I don't see how they would. The tweeter-mid assemblies on either side of the 590 don't fire directly to the side, they fire at a slightly "forward" angle. So, unless the traps are very thick and placed very close to the speakers, interference with audio from those assemblies shouldn't be an issue.
Quote:
... two stands with 590's might look horrendous. Or not. Personal preference I guess.
Based on this pic, I vote for "not".

IIRC, the bottoms of the 590s aren't perfectly flat, so judicious placement of felt or rubber pads will likely be required.
Edited by eljaycanuck - 7/16/13 at 11:40am
post #28428 of 30095
Quote:
Originally Posted by eljaycanuck 
I don't see how they would. The tweeter-mid assemblies on either side of the 590 don't fire directly to the side, they fire at a slightly "forward" angle.

Oh, okay. Thanks! I wonder how many ADP590 owners there are here who mounted their speakers to the back wall in a 5.1 configuration. Not many I imagine.
post #28429 of 30095
Heres a mantle/wall install.

post #28430 of 30095
I browsed the forum concerning the dipoles mounted on the rear wall and came across this :
Quote:
Originally Posted by sdurani 
A dipole speaker has 2 sets of drivers wired out of phase to create a null (quiet zone) at the sides of the speaker. The idea is to place them directly to your sides so that all the listeners are in the null. This way, they hear very little direct sound from the speakers and are instead enveloped by reflected sound from all around the room.

Placing the dipoles on the back wall will leave all the listeners out of the nulls, the exact opposite of what is intended. At least one set of drivers on one of the speakers will be pointing towards the listeners, beaming direct sound towards them rather than reflected sound. In which case it's pointless to spend extra on dipole speakers when you're not going to use them for what they're designed to do.

If I had to place my surrounds on the back wall, I would use direct radiators or bipoles, and spread them as far apart as possible. The wide spead will make the speakers themselves a little less noticable, while improving envelopment and allowing you to better hear left-vs-right separation of stereo surround channels.

His explanation makes a lot of sense and I think for the reasons stated I don't think I'll be using dipoles. I'll either have to go for in-wall surrounds, or Studio 20's - Studio 20's sound like a lot less work.
post #28431 of 30095
The 590 is a bipole, not a dipole.
post #28432 of 30095
Quote:
I'll either have to go for in-wall surrounds, or Studio 20's - Studio 20's sound like a lot less work.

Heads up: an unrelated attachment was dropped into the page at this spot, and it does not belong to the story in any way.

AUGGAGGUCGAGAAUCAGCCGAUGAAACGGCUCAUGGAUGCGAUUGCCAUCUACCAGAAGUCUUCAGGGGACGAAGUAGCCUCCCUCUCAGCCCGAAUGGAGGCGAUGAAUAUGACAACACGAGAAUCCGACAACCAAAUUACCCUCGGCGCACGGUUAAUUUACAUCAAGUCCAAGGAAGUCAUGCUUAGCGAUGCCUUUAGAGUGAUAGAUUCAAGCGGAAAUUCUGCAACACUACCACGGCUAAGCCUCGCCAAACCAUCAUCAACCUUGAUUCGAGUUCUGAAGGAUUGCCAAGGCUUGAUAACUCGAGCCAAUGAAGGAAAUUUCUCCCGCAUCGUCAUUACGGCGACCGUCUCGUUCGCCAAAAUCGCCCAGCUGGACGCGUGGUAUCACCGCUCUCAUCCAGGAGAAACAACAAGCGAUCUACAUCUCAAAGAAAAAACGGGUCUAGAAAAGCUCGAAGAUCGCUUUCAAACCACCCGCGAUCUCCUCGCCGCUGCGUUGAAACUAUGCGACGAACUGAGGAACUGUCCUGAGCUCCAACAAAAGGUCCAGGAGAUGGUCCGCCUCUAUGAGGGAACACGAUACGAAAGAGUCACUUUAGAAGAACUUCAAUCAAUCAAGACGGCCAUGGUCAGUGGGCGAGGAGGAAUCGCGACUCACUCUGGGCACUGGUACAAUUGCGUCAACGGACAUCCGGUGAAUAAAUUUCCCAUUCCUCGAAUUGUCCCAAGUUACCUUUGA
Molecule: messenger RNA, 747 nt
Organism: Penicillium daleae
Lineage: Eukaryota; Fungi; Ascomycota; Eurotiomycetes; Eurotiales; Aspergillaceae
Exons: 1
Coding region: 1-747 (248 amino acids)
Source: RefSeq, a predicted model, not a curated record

They're less work to "install" and, because they're not in your wall, they offer much more flexibility for placement (should you decide, say, to move your sofa forward, or re-orient your furniture, etc.).
post #28433 of 30095
Quote:
Originally Posted by Type A 
The 590 is a bipole, not a dipole.

Everything bit of literature I read about these speakers suggests they are dipoles, not bipoles. Where do you get the bipolar from?
post #28434 of 30095
From what I understand only the tweeters are out of phase, that is where the dipole moniker comes in. However the woofers, that are directly facing the listening area, are in phase as in a bipole. Meaning you dont have a null like you would with a traditional dipole design.
post #28435 of 30095

The 590 is a di-pole and that is why it has a separate left and right speaker.  The forward firing speaker needs to be in phase with the front. BTW, if you use di-poles for the rear as well as sides you should reverse the left and right configuration for the rear speakers.  Bi-poles do not have an out of phase driver and left/right placement would not matter for them.  Di-poles have gotten a bit of a bad name and some professionals do not like them and why I don't think Paradigm markets it that way. Plus it's not a 'true' di-pole with a forward firing driver but that's a different discussion.  Atlantic technology use to call this design a tri-pole.  

 

In the ideal world identical speakers would be used but in reality it is not always practical.  We use a different center because of form factor and monopoles if placed too close to a listener is going to give the speaker in the ear effect. Di-poles can be a good solution depending on the situation.  It is about using the right speaker for the application.

post #28436 of 30095
Hi Bob. So in your opinion, you wouldn't use dipole surrounds on the back wall, especially if the couch is going to be positioned close to it?
post #28437 of 30095
I just noticed that Paradigm has new web site, looks nice. Moreover - they show MSRP prices, finally!
post #28438 of 30095
What would really be great is if they brought back their product archive.
post #28439 of 30095
Quote:
Originally Posted by goneten View Post

Everything bit of literature I read about these speakers suggests they are dipoles, not bipoles. Where do you get the bipolar from?

His psychologist. wink.gif
post #28440 of 30095

Goneten,

 

  Di-poles work best when people are positioned close to them.  When people are close to a direct firing speaker they get what I call that speaker in the ear effect.  That one speaker very close to them will call attention to itself.  Di-poles work good for that scenario as drivers are not aimed at the listener.  There is no problem using di-poles for back speakers but you have to make sure the phase is correct.  To do that you reverse sides of the back speakers, left speaker goes on the back right and right speaker on the back left.  This is if you are using di-poles for the side surrounds as well.  The backs don't need to be reversed if the side surrounds are direct firing or bi-poles.